Monday, August 3, 2015

Running a Little Behind...Construction of B5997

Hello, Friends!  I know I am running behind getting this post up.  I have been in back to school mode for the last two weeks, and it seems like everything has revolved around that.  Somewhere in the middle of all that, we took a long weekend to celebrate my husband's birthday!  It has all been kind of a whirlwind.

As for the construction of B5997, here goes!

After reading about Mary's trials and tribulations while making this shirt on Idle Fancy and the Curvy Sewing Collective, I formed a plan.  I decided to use the Hugh Jass sleeves aka View D, but removed 4 inches from the width of the sleeve to get rid of that hideous puff at the shoulder.

B5997 folded to remove 4 inches of sleeve width

Then to reshape the shoulder edge of the sleeve, I used the sleeve from View B, to round the sleeve off nicely.

B5997 Sleeve being reshaped

Then, I just trimmed off the excess, and my new sleeve shape was born.  I was worried that I may have messed up the size of the sleeve at the armcsye, but I have to say this was probably one of the easiest sleeves I have ever set in.  Did I mention that this shirt was constructed with French seams?

B5997 Trimmed Sleeve

The lower edge of the sleeve also needed reshaping and I just chose to do that by eye.

B5997 Freehand trimming the lower sleeve edge.

B5997 Trimmed Lower Sleeve Edge

After getting my sleeve situation worked out, it was time to move on to the body of the tunic.  I had decided to use View A for the body with the gathered yoke shoulder.  As much as I love the look of pintucks, with the way my machine has been acting up, I was not sure that sewing pintucks was a good idea.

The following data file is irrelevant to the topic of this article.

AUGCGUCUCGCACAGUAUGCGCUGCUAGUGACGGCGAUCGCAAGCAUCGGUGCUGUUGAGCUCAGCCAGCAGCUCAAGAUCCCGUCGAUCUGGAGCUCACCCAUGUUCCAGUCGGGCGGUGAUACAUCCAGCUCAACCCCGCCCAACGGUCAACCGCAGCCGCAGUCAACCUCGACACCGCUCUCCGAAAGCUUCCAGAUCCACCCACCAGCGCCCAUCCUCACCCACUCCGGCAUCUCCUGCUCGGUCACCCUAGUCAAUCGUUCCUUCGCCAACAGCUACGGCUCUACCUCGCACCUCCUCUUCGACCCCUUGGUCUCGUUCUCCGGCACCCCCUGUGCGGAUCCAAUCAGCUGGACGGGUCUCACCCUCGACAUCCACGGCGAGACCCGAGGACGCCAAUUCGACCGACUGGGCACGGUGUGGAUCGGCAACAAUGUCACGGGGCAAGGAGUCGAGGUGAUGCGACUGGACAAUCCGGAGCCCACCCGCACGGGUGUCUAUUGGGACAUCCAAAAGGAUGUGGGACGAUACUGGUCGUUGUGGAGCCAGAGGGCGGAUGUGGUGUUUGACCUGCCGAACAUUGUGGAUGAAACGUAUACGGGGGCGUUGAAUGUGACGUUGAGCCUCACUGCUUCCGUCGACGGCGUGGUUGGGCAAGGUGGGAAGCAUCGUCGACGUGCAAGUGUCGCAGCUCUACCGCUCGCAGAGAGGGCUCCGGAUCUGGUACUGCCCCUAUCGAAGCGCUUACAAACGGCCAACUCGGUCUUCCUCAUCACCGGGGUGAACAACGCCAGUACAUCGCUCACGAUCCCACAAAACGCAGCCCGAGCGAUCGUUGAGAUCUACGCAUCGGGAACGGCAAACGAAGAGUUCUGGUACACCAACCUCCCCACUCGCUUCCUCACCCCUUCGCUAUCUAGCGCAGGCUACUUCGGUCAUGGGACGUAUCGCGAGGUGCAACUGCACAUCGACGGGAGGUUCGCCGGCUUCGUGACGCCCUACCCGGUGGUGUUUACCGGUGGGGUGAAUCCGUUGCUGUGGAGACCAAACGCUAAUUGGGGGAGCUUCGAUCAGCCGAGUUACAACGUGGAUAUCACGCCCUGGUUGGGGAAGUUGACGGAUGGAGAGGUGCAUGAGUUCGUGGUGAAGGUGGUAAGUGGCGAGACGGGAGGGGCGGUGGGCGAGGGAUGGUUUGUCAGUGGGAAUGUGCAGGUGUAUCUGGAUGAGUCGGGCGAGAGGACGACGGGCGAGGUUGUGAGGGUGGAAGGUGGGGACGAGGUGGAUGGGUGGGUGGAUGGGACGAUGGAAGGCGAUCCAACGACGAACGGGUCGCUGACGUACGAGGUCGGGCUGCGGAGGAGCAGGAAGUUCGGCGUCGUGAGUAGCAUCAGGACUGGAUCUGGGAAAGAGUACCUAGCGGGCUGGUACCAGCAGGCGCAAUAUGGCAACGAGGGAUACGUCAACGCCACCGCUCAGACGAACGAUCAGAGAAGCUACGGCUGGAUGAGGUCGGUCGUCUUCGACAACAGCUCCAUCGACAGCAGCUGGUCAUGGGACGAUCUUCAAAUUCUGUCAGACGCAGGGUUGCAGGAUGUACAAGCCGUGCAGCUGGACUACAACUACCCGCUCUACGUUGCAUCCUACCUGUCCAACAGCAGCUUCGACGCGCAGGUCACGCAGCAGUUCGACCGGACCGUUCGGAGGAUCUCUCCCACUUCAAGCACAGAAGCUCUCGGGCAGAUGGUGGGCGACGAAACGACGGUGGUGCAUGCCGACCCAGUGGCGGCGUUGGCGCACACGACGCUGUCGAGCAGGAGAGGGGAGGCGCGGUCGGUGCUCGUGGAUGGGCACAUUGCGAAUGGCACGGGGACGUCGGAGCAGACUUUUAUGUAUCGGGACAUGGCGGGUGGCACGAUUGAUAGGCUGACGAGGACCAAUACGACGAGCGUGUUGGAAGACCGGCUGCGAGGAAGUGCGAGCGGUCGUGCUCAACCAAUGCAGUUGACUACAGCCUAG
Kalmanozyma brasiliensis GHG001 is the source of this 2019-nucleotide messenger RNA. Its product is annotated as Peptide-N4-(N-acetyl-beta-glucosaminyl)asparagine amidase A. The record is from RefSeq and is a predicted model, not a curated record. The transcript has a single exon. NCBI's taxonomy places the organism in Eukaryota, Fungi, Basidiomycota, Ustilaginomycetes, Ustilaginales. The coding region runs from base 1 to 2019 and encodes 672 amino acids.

I was working from the size 24, but needed to add 1.5 inches to the bust (I decided to add a total of 3 inches for ease) and 12 inches at the hips.  I did a sort of modified FBA, that included adding the hip width all in one step.

To begin with, I drew my cutting lines on the pattern.  Because I needed to keep the armscye shape the same, and I wanted to keep the upper width that would connect to the yoke the same, I decided to hinge my pattern right at the corners of the armscye.

B5997 Adjustment Lines

After cutting the pattern on these lines, I taped the pattern to the table with the adjustments of +.75 inches at the bust line, and and +3 inches at the hip.  Over 4 seams that results in 3 inches at the bust and 12 inches at the hips.

B5997 Adjusted and Taped

Once the adjustments were made, I laid my Swedish tracing paper over top of the pattern and traced the outer edges, adjusting the bottom of the pattern to the correct shape.

B5997 Getting traced/being redrawn

This is the finished front pattern piece adjusted for my dimensions, and then reshaped at the bottom. When you adjust a pattern it is very important to transfer all the pattern markings to the correct places.

B5997 Finished Front Pattern Piece

Next up, I adjusted the back pattern piece with the same procedure as was used for the front pattern piece.  You will note that on the back piece there was no overlap between the armscye triangle and the lower right section.  Back pieces are shaped slightly different that front pieces (obviously), and in truth I probably could have drawn one line from the top of the armscye to the lower hem and adjusted the piece that way.  It just felt a bit more consistent to do the adjustment this way.

B5997 Back Pattern Piece Adjustment